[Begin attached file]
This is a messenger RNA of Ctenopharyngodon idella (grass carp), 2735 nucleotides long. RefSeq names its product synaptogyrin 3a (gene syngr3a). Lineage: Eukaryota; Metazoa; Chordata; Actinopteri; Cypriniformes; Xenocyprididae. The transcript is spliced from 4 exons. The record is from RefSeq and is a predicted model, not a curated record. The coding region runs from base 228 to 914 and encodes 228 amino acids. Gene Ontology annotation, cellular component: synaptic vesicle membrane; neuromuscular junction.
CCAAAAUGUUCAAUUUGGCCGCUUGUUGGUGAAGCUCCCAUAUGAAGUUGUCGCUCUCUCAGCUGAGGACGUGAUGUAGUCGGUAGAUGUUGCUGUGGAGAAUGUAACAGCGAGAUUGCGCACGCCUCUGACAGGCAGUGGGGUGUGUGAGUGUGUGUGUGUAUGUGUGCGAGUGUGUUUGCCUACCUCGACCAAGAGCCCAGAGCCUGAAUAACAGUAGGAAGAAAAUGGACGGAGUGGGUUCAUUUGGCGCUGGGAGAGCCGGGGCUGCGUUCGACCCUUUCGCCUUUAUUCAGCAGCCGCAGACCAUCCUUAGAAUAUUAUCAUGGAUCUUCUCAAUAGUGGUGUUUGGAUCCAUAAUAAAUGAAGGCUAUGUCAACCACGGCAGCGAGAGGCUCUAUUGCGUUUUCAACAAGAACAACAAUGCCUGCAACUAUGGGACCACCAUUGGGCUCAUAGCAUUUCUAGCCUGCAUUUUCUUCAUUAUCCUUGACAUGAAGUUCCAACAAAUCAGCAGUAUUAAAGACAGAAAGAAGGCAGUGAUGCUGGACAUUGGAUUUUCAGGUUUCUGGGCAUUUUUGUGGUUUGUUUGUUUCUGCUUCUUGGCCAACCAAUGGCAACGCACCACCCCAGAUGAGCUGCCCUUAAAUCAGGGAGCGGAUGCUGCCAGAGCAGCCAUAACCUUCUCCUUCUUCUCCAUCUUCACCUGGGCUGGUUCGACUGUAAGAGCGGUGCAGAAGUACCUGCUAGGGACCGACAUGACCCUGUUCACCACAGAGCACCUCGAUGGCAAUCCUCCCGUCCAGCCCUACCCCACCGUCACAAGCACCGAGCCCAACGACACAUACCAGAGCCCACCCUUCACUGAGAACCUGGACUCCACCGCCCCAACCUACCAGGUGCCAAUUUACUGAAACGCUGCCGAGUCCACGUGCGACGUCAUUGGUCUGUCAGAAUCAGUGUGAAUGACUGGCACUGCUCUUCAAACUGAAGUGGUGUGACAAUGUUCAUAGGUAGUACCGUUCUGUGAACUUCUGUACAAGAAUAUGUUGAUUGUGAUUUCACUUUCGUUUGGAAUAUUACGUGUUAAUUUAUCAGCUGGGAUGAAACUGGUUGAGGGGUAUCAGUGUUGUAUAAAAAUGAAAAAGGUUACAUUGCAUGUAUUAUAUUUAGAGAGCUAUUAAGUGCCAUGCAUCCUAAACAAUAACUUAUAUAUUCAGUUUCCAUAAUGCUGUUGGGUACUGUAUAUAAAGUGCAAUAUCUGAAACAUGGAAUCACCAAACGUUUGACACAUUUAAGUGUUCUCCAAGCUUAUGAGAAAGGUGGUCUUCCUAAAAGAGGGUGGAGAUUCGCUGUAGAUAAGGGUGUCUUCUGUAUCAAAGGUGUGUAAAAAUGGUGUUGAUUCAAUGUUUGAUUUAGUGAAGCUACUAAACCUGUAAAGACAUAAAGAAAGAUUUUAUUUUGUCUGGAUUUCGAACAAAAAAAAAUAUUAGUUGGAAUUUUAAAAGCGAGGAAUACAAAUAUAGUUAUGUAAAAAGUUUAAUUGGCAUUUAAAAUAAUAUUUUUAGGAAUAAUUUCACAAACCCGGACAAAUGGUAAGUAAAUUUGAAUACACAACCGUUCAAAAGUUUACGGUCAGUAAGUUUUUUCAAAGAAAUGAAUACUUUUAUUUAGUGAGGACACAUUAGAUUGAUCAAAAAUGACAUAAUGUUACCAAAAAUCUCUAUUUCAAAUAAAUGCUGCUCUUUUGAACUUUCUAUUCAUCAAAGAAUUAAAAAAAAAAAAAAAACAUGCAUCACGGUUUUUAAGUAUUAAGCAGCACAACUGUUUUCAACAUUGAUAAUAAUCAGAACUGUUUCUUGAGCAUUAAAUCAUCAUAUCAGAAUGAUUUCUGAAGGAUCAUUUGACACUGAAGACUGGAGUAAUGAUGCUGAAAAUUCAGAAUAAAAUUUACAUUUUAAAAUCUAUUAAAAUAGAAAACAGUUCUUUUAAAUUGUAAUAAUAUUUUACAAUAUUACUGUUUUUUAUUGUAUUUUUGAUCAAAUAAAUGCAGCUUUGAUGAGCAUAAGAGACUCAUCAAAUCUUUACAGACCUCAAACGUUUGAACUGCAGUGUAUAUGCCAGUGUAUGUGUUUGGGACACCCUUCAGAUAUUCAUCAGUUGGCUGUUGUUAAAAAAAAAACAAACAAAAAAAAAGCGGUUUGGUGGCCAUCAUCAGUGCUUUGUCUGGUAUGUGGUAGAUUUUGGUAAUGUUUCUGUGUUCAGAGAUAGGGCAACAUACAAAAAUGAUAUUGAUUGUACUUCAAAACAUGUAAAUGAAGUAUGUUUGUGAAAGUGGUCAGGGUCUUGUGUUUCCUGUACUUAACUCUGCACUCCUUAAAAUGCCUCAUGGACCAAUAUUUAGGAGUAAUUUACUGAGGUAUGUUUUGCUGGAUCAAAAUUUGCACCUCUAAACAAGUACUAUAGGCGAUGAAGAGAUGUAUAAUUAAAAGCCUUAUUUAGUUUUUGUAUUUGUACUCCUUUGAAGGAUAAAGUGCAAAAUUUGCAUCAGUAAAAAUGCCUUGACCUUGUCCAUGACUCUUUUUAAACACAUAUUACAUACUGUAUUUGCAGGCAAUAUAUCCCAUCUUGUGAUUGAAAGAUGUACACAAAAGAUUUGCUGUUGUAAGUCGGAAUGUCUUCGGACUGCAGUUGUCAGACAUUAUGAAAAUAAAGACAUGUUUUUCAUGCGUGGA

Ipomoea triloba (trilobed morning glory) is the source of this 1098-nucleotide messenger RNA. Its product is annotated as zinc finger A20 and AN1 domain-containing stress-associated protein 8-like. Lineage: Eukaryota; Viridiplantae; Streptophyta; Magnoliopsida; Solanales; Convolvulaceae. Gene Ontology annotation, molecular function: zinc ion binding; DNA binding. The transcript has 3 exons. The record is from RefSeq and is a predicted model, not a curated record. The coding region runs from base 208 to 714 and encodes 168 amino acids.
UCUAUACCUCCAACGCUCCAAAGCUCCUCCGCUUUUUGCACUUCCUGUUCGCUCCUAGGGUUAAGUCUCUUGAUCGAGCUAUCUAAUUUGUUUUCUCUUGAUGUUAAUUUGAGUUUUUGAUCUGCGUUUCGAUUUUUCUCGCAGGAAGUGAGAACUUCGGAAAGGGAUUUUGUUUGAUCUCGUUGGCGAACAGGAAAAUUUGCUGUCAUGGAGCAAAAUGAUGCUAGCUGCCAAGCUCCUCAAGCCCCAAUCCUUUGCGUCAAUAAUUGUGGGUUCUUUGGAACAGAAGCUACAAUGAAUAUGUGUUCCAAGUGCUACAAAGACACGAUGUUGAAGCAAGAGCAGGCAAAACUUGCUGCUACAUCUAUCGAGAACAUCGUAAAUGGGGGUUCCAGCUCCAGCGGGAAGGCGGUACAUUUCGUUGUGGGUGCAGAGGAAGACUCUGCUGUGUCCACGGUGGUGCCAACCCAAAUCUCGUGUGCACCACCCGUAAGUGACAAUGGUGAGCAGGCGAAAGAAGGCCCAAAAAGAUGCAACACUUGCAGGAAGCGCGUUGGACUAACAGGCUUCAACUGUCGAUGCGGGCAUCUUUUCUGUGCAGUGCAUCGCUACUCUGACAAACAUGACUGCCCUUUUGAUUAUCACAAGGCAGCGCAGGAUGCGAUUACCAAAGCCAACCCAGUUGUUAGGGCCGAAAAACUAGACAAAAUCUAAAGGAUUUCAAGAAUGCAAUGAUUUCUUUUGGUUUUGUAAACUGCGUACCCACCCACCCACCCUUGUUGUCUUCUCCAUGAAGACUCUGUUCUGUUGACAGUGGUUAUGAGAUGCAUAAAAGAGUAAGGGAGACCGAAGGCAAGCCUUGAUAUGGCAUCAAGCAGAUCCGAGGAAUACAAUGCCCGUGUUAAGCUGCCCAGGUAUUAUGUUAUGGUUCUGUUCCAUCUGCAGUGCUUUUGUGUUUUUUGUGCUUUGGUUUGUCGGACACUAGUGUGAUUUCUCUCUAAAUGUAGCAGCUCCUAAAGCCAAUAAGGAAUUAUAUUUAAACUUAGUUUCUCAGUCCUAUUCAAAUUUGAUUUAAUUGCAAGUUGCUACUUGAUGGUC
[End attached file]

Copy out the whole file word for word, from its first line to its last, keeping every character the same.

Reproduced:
This is a messenger RNA of Ctenopharyngodon idella (grass carp), 2735 nucleotides long. RefSeq names its product synaptogyrin 3a (gene syngr3a). Lineage: Eukaryota; Metazoa; Chordata; Actinopteri; Cypriniformes; Xenocyprididae. The transcript is spliced from 4 exons. The record is from RefSeq and is a predicted model, not a curated record. The coding region runs from base 228 to 914 and encodes 228 amino acids. Gene Ontology annotation, cellular component: synaptic vesicle membrane; neuromuscular junction.
CCAAAAUGUUCAAUUUGGCCGCUUGUUGGUGAAGCUCCCAUAUGAAGUUGUCGCUCUCUCAGCUGAGGACGUGAUGUAGUCGGUAGAUGUUGCUGUGGAGAAUGUAACAGCGAGAUUGCGCACGCCUCUGACAGGCAGUGGGGUGUGUGAGUGUGUGUGUGUAUGUGUGCGAGUGUGUUUGCCUACCUCGACCAAGAGCCCAGAGCCUGAAUAACAGUAGGAAGAAAAUGGACGGAGUGGGUUCAUUUGGCGCUGGGAGAGCCGGGGCUGCGUUCGACCCUUUCGCCUUUAUUCAGCAGCCGCAGACCAUCCUUAGAAUAUUAUCAUGGAUCUUCUCAAUAGUGGUGUUUGGAUCCAUAAUAAAUGAAGGCUAUGUCAACCACGGCAGCGAGAGGCUCUAUUGCGUUUUCAACAAGAACAACAAUGCCUGCAACUAUGGGACCACCAUUGGGCUCAUAGCAUUUCUAGCCUGCAUUUUCUUCAUUAUCCUUGACAUGAAGUUCCAACAAAUCAGCAGUAUUAAAGACAGAAAGAAGGCAGUGAUGCUGGACAUUGGAUUUUCAGGUUUCUGGGCAUUUUUGUGGUUUGUUUGUUUCUGCUUCUUGGCCAACCAAUGGCAACGCACCACCCCAGAUGAGCUGCCCUUAAAUCAGGGAGCGGAUGCUGCCAGAGCAGCCAUAACCUUCUCCUUCUUCUCCAUCUUCACCUGGGCUGGUUCGACUGUAAGAGCGGUGCAGAAGUACCUGCUAGGGACCGACAUGACCCUGUUCACCACAGAGCACCUCGAUGGCAAUCCUCCCGUCCAGCCCUACCCCACCGUCACAAGCACCGAGCCCAACGACACAUACCAGAGCCCACCCUUCACUGAGAACCUGGACUCCACCGCCCCAACCUACCAGGUGCCAAUUUACUGAAACGCUGCCGAGUCCACGUGCGACGUCAUUGGUCUGUCAGAAUCAGUGUGAAUGACUGGCACUGCUCUUCAAACUGAAGUGGUGUGACAAUGUUCAUAGGUAGUACCGUUCUGUGAACUUCUGUACAAGAAUAUGUUGAUUGUGAUUUCACUUUCGUUUGGAAUAUUACGUGUUAAUUUAUCAGCUGGGAUGAAACUGGUUGAGGGGUAUCAGUGUUGUAUAAAAAUGAAAAAGGUUACAUUGCAUGUAUUAUAUUUAGAGAGCUAUUAAGUGCCAUGCAUCCUAAACAAUAACUUAUAUAUUCAGUUUCCAUAAUGCUGUUGGGUACUGUAUAUAAAGUGCAAUAUCUGAAACAUGGAAUCACCAAACGUUUGACACAUUUAAGUGUUCUCCAAGCUUAUGAGAAAGGUGGUCUUCCUAAAAGAGGGUGGAGAUUCGCUGUAGAUAAGGGUGUCUUCUGUAUCAAAGGUGUGUAAAAAUGGUGUUGAUUCAAUGUUUGAUUUAGUGAAGCUACUAAACCUGUAAAGACAUAAAGAAAGAUUUUAUUUUGUCUGGAUUUCGAACAAAAAAAAAUAUUAGUUGGAAUUUUAAAAGCGAGGAAUACAAAUAUAGUUAUGUAAAAAGUUUAAUUGGCAUUUAAAAUAAUAUUUUUAGGAAUAAUUUCACAAACCCGGACAAAUGGUAAGUAAAUUUGAAUACACAACCGUUCAAAAGUUUACGGUCAGUAAGUUUUUUCAAAGAAAUGAAUACUUUUAUUUAGUGAGGACACAUUAGAUUGAUCAAAAAUGACAUAAUGUUACCAAAAAUCUCUAUUUCAAAUAAAUGCUGCUCUUUUGAACUUUCUAUUCAUCAAAGAAUUAAAAAAAAAAAAAAAACAUGCAUCACGGUUUUUAAGUAUUAAGCAGCACAACUGUUUUCAACAUUGAUAAUAAUCAGAACUGUUUCUUGAGCAUUAAAUCAUCAUAUCAGAAUGAUUUCUGAAGGAUCAUUUGACACUGAAGACUGGAGUAAUGAUGCUGAAAAUUCAGAAUAAAAUUUACAUUUUAAAAUCUAUUAAAAUAGAAAACAGUUCUUUUAAAUUGUAAUAAUAUUUUACAAUAUUACUGUUUUUUAUUGUAUUUUUGAUCAAAUAAAUGCAGCUUUGAUGAGCAUAAGAGACUCAUCAAAUCUUUACAGACCUCAAACGUUUGAACUGCAGUGUAUAUGCCAGUGUAUGUGUUUGGGACACCCUUCAGAUAUUCAUCAGUUGGCUGUUGUUAAAAAAAAAACAAACAAAAAAAAAGCGGUUUGGUGGCCAUCAUCAGUGCUUUGUCUGGUAUGUGGUAGAUUUUGGUAAUGUUUCUGUGUUCAGAGAUAGGGCAACAUACAAAAAUGAUAUUGAUUGUACUUCAAAACAUGUAAAUGAAGUAUGUUUGUGAAAGUGGUCAGGGUCUUGUGUUUCCUGUACUUAACUCUGCACUCCUUAAAAUGCCUCAUGGACCAAUAUUUAGGAGUAAUUUACUGAGGUAUGUUUUGCUGGAUCAAAAUUUGCACCUCUAAACAAGUACUAUAGGCGAUGAAGAGAUGUAUAAUUAAAAGCCUUAUUUAGUUUUUGUAUUUGUACUCCUUUGAAGGAUAAAGUGCAAAAUUUGCAUCAGUAAAAAUGCCUUGACCUUGUCCAUGACUCUUUUUAAACACAUAUUACAUACUGUAUUUGCAGGCAAUAUAUCCCAUCUUGUGAUUGAAAGAUGUACACAAAAGAUUUGCUGUUGUAAGUCGGAAUGUCUUCGGACUGCAGUUGUCAGACAUUAUGAAAAUAAAGACAUGUUUUUCAUGCGUGGA

Ipomoea triloba (trilobed morning glory) is the source of this 1098-nucleotide messenger RNA. Its product is annotated as zinc finger A20 and AN1 domain-containing stress-associated protein 8-like. Lineage: Eukaryota; Viridiplantae; Streptophyta; Magnoliopsida; Solanales; Convolvulaceae. Gene Ontology annotation, molecular function: zinc ion binding; DNA binding. The transcript has 3 exons. The record is from RefSeq and is a predicted model, not a curated record. The coding region runs from base 208 to 714 and encodes 168 amino acids.
UCUAUACCUCCAACGCUCCAAAGCUCCUCCGCUUUUUGCACUUCCUGUUCGCUCCUAGGGUUAAGUCUCUUGAUCGAGCUAUCUAAUUUGUUUUCUCUUGAUGUUAAUUUGAGUUUUUGAUCUGCGUUUCGAUUUUUCUCGCAGGAAGUGAGAACUUCGGAAAGGGAUUUUGUUUGAUCUCGUUGGCGAACAGGAAAAUUUGCUGUCAUGGAGCAAAAUGAUGCUAGCUGCCAAGCUCCUCAAGCCCCAAUCCUUUGCGUCAAUAAUUGUGGGUUCUUUGGAACAGAAGCUACAAUGAAUAUGUGUUCCAAGUGCUACAAAGACACGAUGUUGAAGCAAGAGCAGGCAAAACUUGCUGCUACAUCUAUCGAGAACAUCGUAAAUGGGGGUUCCAGCUCCAGCGGGAAGGCGGUACAUUUCGUUGUGGGUGCAGAGGAAGACUCUGCUGUGUCCACGGUGGUGCCAACCCAAAUCUCGUGUGCACCACCCGUAAGUGACAAUGGUGAGCAGGCGAAAGAAGGCCCAAAAAGAUGCAACACUUGCAGGAAGCGCGUUGGACUAACAGGCUUCAACUGUCGAUGCGGGCAUCUUUUCUGUGCAGUGCAUCGCUACUCUGACAAACAUGACUGCCCUUUUGAUUAUCACAAGGCAGCGCAGGAUGCGAUUACCAAAGCCAACCCAGUUGUUAGGGCCGAAAAACUAGACAAAAUCUAAAGGAUUUCAAGAAUGCAAUGAUUUCUUUUGGUUUUGUAAACUGCGUACCCACCCACCCACCCUUGUUGUCUUCUCCAUGAAGACUCUGUUCUGUUGACAGUGGUUAUGAGAUGCAUAAAAGAGUAAGGGAGACCGAAGGCAAGCCUUGAUAUGGCAUCAAGCAGAUCCGAGGAAUACAAUGCCCGUGUUAAGCUGCCCAGGUAUUAUGUUAUGGUUCUGUUCCAUCUGCAGUGCUUUUGUGUUUUUUGUGCUUUGGUUUGUCGGACACUAGUGUGAUUUCUCUCUAAAUGUAGCAGCUCCUAAAGCCAAUAAGGAAUUAUAUUUAAACUUAGUUUCUCAGUCCUAUUCAAAUUUGAUUUAAUUGCAAGUUGCUACUUGAUGGUC